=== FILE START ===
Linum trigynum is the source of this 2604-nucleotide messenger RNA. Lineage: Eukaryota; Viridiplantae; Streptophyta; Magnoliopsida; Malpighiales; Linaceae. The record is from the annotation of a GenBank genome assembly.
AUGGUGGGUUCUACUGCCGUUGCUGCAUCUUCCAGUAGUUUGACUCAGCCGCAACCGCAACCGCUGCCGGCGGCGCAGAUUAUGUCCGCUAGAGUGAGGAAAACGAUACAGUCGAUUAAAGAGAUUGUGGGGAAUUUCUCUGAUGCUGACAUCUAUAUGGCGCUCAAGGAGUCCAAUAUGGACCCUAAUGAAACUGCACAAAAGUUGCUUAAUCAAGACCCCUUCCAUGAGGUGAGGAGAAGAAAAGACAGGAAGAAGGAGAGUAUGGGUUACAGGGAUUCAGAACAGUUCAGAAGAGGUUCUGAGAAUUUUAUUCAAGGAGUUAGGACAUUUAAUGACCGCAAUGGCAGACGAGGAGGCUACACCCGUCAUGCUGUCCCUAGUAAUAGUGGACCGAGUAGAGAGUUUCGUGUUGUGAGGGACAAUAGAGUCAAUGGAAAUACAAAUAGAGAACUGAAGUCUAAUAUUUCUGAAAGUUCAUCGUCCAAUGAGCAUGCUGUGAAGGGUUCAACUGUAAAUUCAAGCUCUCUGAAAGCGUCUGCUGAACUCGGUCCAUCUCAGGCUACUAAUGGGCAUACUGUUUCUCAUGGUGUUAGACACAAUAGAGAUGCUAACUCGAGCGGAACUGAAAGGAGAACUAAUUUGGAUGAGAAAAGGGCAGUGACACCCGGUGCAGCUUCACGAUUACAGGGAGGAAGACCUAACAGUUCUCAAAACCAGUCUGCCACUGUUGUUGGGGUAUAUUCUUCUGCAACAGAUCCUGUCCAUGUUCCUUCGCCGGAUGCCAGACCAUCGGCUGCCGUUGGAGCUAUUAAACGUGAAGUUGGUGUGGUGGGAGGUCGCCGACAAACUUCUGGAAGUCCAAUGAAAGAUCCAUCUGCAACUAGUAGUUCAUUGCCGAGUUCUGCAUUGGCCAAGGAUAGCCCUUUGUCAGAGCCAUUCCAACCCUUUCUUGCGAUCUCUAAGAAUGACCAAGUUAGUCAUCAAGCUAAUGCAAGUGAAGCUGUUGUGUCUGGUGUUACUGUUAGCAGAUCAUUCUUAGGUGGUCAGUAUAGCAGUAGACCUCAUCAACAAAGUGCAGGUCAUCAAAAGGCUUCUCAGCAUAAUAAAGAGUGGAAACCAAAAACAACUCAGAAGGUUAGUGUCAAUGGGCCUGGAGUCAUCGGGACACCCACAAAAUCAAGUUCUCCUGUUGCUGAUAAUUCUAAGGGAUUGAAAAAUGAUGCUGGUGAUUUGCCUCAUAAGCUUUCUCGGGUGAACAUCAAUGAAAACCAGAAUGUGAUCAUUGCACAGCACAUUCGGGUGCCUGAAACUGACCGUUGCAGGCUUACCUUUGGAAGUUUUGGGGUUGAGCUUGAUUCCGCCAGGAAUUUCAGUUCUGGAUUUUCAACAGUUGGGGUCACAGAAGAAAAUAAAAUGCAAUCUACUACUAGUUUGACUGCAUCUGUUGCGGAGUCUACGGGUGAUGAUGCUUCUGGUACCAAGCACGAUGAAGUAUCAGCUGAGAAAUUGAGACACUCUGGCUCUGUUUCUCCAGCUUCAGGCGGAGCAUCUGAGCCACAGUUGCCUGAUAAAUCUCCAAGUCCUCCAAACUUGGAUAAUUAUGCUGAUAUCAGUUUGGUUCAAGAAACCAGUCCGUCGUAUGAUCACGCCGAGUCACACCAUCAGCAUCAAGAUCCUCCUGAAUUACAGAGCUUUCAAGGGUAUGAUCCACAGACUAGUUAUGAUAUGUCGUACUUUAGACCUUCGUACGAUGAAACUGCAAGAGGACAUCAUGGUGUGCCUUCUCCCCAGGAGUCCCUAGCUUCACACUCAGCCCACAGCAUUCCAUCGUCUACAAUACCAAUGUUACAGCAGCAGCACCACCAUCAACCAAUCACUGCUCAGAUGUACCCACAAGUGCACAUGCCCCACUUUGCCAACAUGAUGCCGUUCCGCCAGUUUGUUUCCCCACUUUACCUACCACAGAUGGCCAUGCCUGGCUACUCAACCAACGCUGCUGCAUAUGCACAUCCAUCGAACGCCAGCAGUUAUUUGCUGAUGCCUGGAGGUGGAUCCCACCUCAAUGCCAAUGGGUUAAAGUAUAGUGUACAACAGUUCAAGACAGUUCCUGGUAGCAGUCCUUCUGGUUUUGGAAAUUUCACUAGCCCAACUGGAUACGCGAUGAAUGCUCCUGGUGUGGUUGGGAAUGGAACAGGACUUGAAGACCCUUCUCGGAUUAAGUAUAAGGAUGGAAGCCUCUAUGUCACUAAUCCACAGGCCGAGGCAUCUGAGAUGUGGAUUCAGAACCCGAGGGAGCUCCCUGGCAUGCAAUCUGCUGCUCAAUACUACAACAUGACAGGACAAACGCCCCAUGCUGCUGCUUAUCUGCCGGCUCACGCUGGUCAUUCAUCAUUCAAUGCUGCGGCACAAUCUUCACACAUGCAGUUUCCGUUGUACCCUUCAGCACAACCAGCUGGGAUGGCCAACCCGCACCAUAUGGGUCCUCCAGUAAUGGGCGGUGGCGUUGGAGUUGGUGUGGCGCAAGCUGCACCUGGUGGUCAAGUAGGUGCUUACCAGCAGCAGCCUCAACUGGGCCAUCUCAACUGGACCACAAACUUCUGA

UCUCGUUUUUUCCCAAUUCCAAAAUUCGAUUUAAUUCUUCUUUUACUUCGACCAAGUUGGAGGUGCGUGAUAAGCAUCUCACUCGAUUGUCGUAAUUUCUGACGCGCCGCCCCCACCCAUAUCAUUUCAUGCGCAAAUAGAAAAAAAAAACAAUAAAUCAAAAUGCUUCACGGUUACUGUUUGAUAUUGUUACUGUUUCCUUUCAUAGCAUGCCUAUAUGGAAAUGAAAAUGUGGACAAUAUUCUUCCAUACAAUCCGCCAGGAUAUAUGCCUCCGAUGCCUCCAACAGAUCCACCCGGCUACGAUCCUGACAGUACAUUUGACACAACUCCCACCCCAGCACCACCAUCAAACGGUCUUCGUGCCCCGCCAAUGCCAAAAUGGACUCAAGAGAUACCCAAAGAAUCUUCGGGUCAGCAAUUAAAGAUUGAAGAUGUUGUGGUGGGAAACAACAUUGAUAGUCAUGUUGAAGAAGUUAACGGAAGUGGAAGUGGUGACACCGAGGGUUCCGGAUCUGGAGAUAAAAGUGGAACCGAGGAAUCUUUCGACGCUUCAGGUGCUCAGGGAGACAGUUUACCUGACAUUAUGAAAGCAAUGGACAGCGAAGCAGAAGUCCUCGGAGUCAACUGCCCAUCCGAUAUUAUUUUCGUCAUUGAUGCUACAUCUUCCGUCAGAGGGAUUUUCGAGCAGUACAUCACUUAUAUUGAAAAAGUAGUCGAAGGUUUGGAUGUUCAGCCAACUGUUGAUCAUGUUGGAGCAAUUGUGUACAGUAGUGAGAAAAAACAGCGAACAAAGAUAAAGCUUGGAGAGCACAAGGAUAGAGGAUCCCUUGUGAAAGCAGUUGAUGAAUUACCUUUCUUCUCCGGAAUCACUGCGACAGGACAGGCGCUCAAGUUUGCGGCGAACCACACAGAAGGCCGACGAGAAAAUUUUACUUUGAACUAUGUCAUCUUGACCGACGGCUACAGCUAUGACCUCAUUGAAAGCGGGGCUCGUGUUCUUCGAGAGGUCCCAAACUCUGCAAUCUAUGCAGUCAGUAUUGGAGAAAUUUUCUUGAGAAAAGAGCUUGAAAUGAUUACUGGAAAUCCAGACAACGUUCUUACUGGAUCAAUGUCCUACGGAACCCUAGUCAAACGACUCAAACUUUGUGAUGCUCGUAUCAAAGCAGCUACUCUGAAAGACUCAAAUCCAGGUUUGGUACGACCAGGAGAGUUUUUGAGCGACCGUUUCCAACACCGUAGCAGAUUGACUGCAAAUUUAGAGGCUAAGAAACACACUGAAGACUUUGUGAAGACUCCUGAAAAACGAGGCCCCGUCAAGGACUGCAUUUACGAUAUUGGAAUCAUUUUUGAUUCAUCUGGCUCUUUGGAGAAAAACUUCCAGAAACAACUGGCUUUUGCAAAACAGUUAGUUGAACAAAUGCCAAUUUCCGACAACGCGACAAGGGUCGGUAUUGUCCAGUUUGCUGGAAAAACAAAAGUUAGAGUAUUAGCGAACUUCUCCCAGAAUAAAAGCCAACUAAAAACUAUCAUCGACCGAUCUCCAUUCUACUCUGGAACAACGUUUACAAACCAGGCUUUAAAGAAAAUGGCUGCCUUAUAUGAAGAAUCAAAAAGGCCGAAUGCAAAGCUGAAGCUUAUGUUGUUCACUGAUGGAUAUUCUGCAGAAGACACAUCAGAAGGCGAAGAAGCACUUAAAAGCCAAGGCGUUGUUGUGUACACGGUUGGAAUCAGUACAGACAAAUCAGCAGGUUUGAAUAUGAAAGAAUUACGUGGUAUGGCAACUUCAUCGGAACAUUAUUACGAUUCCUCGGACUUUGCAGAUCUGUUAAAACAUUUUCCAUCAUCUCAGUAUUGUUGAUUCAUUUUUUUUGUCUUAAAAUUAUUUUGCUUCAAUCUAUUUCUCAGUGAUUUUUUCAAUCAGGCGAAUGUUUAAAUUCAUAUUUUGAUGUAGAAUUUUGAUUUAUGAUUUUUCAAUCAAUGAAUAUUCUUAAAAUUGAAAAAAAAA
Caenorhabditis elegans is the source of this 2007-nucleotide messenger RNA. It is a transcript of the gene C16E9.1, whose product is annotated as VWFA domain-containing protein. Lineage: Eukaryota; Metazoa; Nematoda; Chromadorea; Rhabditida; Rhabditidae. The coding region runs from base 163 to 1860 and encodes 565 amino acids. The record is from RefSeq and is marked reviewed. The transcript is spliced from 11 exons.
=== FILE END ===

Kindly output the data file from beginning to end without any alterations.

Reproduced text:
Linum trigynum is the source of this 2604-nucleotide messenger RNA. Lineage: Eukaryota; Viridiplantae; Streptophyta; Magnoliopsida; Malpighiales; Linaceae. The record is from the annotation of a GenBank genome assembly.
AUGGUGGGUUCUACUGCCGUUGCUGCAUCUUCCAGUAGUUUGACUCAGCCGCAACCGCAACCGCUGCCGGCGGCGCAGAUUAUGUCCGCUAGAGUGAGGAAAACGAUACAGUCGAUUAAAGAGAUUGUGGGGAAUUUCUCUGAUGCUGACAUCUAUAUGGCGCUCAAGGAGUCCAAUAUGGACCCUAAUGAAACUGCACAAAAGUUGCUUAAUCAAGACCCCUUCCAUGAGGUGAGGAGAAGAAAAGACAGGAAGAAGGAGAGUAUGGGUUACAGGGAUUCAGAACAGUUCAGAAGAGGUUCUGAGAAUUUUAUUCAAGGAGUUAGGACAUUUAAUGACCGCAAUGGCAGACGAGGAGGCUACACCCGUCAUGCUGUCCCUAGUAAUAGUGGACCGAGUAGAGAGUUUCGUGUUGUGAGGGACAAUAGAGUCAAUGGAAAUACAAAUAGAGAACUGAAGUCUAAUAUUUCUGAAAGUUCAUCGUCCAAUGAGCAUGCUGUGAAGGGUUCAACUGUAAAUUCAAGCUCUCUGAAAGCGUCUGCUGAACUCGGUCCAUCUCAGGCUACUAAUGGGCAUACUGUUUCUCAUGGUGUUAGACACAAUAGAGAUGCUAACUCGAGCGGAACUGAAAGGAGAACUAAUUUGGAUGAGAAAAGGGCAGUGACACCCGGUGCAGCUUCACGAUUACAGGGAGGAAGACCUAACAGUUCUCAAAACCAGUCUGCCACUGUUGUUGGGGUAUAUUCUUCUGCAACAGAUCCUGUCCAUGUUCCUUCGCCGGAUGCCAGACCAUCGGCUGCCGUUGGAGCUAUUAAACGUGAAGUUGGUGUGGUGGGAGGUCGCCGACAAACUUCUGGAAGUCCAAUGAAAGAUCCAUCUGCAACUAGUAGUUCAUUGCCGAGUUCUGCAUUGGCCAAGGAUAGCCCUUUGUCAGAGCCAUUCCAACCCUUUCUUGCGAUCUCUAAGAAUGACCAAGUUAGUCAUCAAGCUAAUGCAAGUGAAGCUGUUGUGUCUGGUGUUACUGUUAGCAGAUCAUUCUUAGGUGGUCAGUAUAGCAGUAGACCUCAUCAACAAAGUGCAGGUCAUCAAAAGGCUUCUCAGCAUAAUAAAGAGUGGAAACCAAAAACAACUCAGAAGGUUAGUGUCAAUGGGCCUGGAGUCAUCGGGACACCCACAAAAUCAAGUUCUCCUGUUGCUGAUAAUUCUAAGGGAUUGAAAAAUGAUGCUGGUGAUUUGCCUCAUAAGCUUUCUCGGGUGAACAUCAAUGAAAACCAGAAUGUGAUCAUUGCACAGCACAUUCGGGUGCCUGAAACUGACCGUUGCAGGCUUACCUUUGGAAGUUUUGGGGUUGAGCUUGAUUCCGCCAGGAAUUUCAGUUCUGGAUUUUCAACAGUUGGGGUCACAGAAGAAAAUAAAAUGCAAUCUACUACUAGUUUGACUGCAUCUGUUGCGGAGUCUACGGGUGAUGAUGCUUCUGGUACCAAGCACGAUGAAGUAUCAGCUGAGAAAUUGAGACACUCUGGCUCUGUUUCUCCAGCUUCAGGCGGAGCAUCUGAGCCACAGUUGCCUGAUAAAUCUCCAAGUCCUCCAAACUUGGAUAAUUAUGCUGAUAUCAGUUUGGUUCAAGAAACCAGUCCGUCGUAUGAUCACGCCGAGUCACACCAUCAGCAUCAAGAUCCUCCUGAAUUACAGAGCUUUCAAGGGUAUGAUCCACAGACUAGUUAUGAUAUGUCGUACUUUAGACCUUCGUACGAUGAAACUGCAAGAGGACAUCAUGGUGUGCCUUCUCCCCAGGAGUCCCUAGCUUCACACUCAGCCCACAGCAUUCCAUCGUCUACAAUACCAAUGUUACAGCAGCAGCACCACCAUCAACCAAUCACUGCUCAGAUGUACCCACAAGUGCACAUGCCCCACUUUGCCAACAUGAUGCCGUUCCGCCAGUUUGUUUCCCCACUUUACCUACCACAGAUGGCCAUGCCUGGCUACUCAACCAACGCUGCUGCAUAUGCACAUCCAUCGAACGCCAGCAGUUAUUUGCUGAUGCCUGGAGGUGGAUCCCACCUCAAUGCCAAUGGGUUAAAGUAUAGUGUACAACAGUUCAAGACAGUUCCUGGUAGCAGUCCUUCUGGUUUUGGAAAUUUCACUAGCCCAACUGGAUACGCGAUGAAUGCUCCUGGUGUGGUUGGGAAUGGAACAGGACUUGAAGACCCUUCUCGGAUUAAGUAUAAGGAUGGAAGCCUCUAUGUCACUAAUCCACAGGCCGAGGCAUCUGAGAUGUGGAUUCAGAACCCGAGGGAGCUCCCUGGCAUGCAAUCUGCUGCUCAAUACUACAACAUGACAGGACAAACGCCCCAUGCUGCUGCUUAUCUGCCGGCUCACGCUGGUCAUUCAUCAUUCAAUGCUGCGGCACAAUCUUCACACAUGCAGUUUCCGUUGUACCCUUCAGCACAACCAGCUGGGAUGGCCAACCCGCACCAUAUGGGUCCUCCAGUAAUGGGCGGUGGCGUUGGAGUUGGUGUGGCGCAAGCUGCACCUGGUGGUCAAGUAGGUGCUUACCAGCAGCAGCCUCAACUGGGCCAUCUCAACUGGACCACAAACUUCUGA

UCUCGUUUUUUCCCAAUUCCAAAAUUCGAUUUAAUUCUUCUUUUACUUCGACCAAGUUGGAGGUGCGUGAUAAGCAUCUCACUCGAUUGUCGUAAUUUCUGACGCGCCGCCCCCACCCAUAUCAUUUCAUGCGCAAAUAGAAAAAAAAAACAAUAAAUCAAAAUGCUUCACGGUUACUGUUUGAUAUUGUUACUGUUUCCUUUCAUAGCAUGCCUAUAUGGAAAUGAAAAUGUGGACAAUAUUCUUCCAUACAAUCCGCCAGGAUAUAUGCCUCCGAUGCCUCCAACAGAUCCACCCGGCUACGAUCCUGACAGUACAUUUGACACAACUCCCACCCCAGCACCACCAUCAAACGGUCUUCGUGCCCCGCCAAUGCCAAAAUGGACUCAAGAGAUACCCAAAGAAUCUUCGGGUCAGCAAUUAAAGAUUGAAGAUGUUGUGGUGGGAAACAACAUUGAUAGUCAUGUUGAAGAAGUUAACGGAAGUGGAAGUGGUGACACCGAGGGUUCCGGAUCUGGAGAUAAAAGUGGAACCGAGGAAUCUUUCGACGCUUCAGGUGCUCAGGGAGACAGUUUACCUGACAUUAUGAAAGCAAUGGACAGCGAAGCAGAAGUCCUCGGAGUCAACUGCCCAUCCGAUAUUAUUUUCGUCAUUGAUGCUACAUCUUCCGUCAGAGGGAUUUUCGAGCAGUACAUCACUUAUAUUGAAAAAGUAGUCGAAGGUUUGGAUGUUCAGCCAACUGUUGAUCAUGUUGGAGCAAUUGUGUACAGUAGUGAGAAAAAACAGCGAACAAAGAUAAAGCUUGGAGAGCACAAGGAUAGAGGAUCCCUUGUGAAAGCAGUUGAUGAAUUACCUUUCUUCUCCGGAAUCACUGCGACAGGACAGGCGCUCAAGUUUGCGGCGAACCACACAGAAGGCCGACGAGAAAAUUUUACUUUGAACUAUGUCAUCUUGACCGACGGCUACAGCUAUGACCUCAUUGAAAGCGGGGCUCGUGUUCUUCGAGAGGUCCCAAACUCUGCAAUCUAUGCAGUCAGUAUUGGAGAAAUUUUCUUGAGAAAAGAGCUUGAAAUGAUUACUGGAAAUCCAGACAACGUUCUUACUGGAUCAAUGUCCUACGGAACCCUAGUCAAACGACUCAAACUUUGUGAUGCUCGUAUCAAAGCAGCUACUCUGAAAGACUCAAAUCCAGGUUUGGUACGACCAGGAGAGUUUUUGAGCGACCGUUUCCAACACCGUAGCAGAUUGACUGCAAAUUUAGAGGCUAAGAAACACACUGAAGACUUUGUGAAGACUCCUGAAAAACGAGGCCCCGUCAAGGACUGCAUUUACGAUAUUGGAAUCAUUUUUGAUUCAUCUGGCUCUUUGGAGAAAAACUUCCAGAAACAACUGGCUUUUGCAAAACAGUUAGUUGAACAAAUGCCAAUUUCCGACAACGCGACAAGGGUCGGUAUUGUCCAGUUUGCUGGAAAAACAAAAGUUAGAGUAUUAGCGAACUUCUCCCAGAAUAAAAGCCAACUAAAAACUAUCAUCGACCGAUCUCCAUUCUACUCUGGAACAACGUUUACAAACCAGGCUUUAAAGAAAAUGGCUGCCUUAUAUGAAGAAUCAAAAAGGCCGAAUGCAAAGCUGAAGCUUAUGUUGUUCACUGAUGGAUAUUCUGCAGAAGACACAUCAGAAGGCGAAGAAGCACUUAAAAGCCAAGGCGUUGUUGUGUACACGGUUGGAAUCAGUACAGACAAAUCAGCAGGUUUGAAUAUGAAAGAAUUACGUGGUAUGGCAACUUCAUCGGAACAUUAUUACGAUUCCUCGGACUUUGCAGAUCUGUUAAAACAUUUUCCAUCAUCUCAGUAUUGUUGAUUCAUUUUUUUUGUCUUAAAAUUAUUUUGCUUCAAUCUAUUUCUCAGUGAUUUUUUCAAUCAGGCGAAUGUUUAAAUUCAUAUUUUGAUGUAGAAUUUUGAUUUAUGAUUUUUCAAUCAAUGAAUAUUCUUAAAAUUGAAAAAAAAA
Caenorhabditis elegans is the source of this 2007-nucleotide messenger RNA. It is a transcript of the gene C16E9.1, whose product is annotated as VWFA domain-containing protein. Lineage: Eukaryota; Metazoa; Nematoda; Chromadorea; Rhabditida; Rhabditidae. The coding region runs from base 163 to 1860 and encodes 565 amino acids. The record is from RefSeq and is marked reviewed. The transcript is spliced from 11 exons.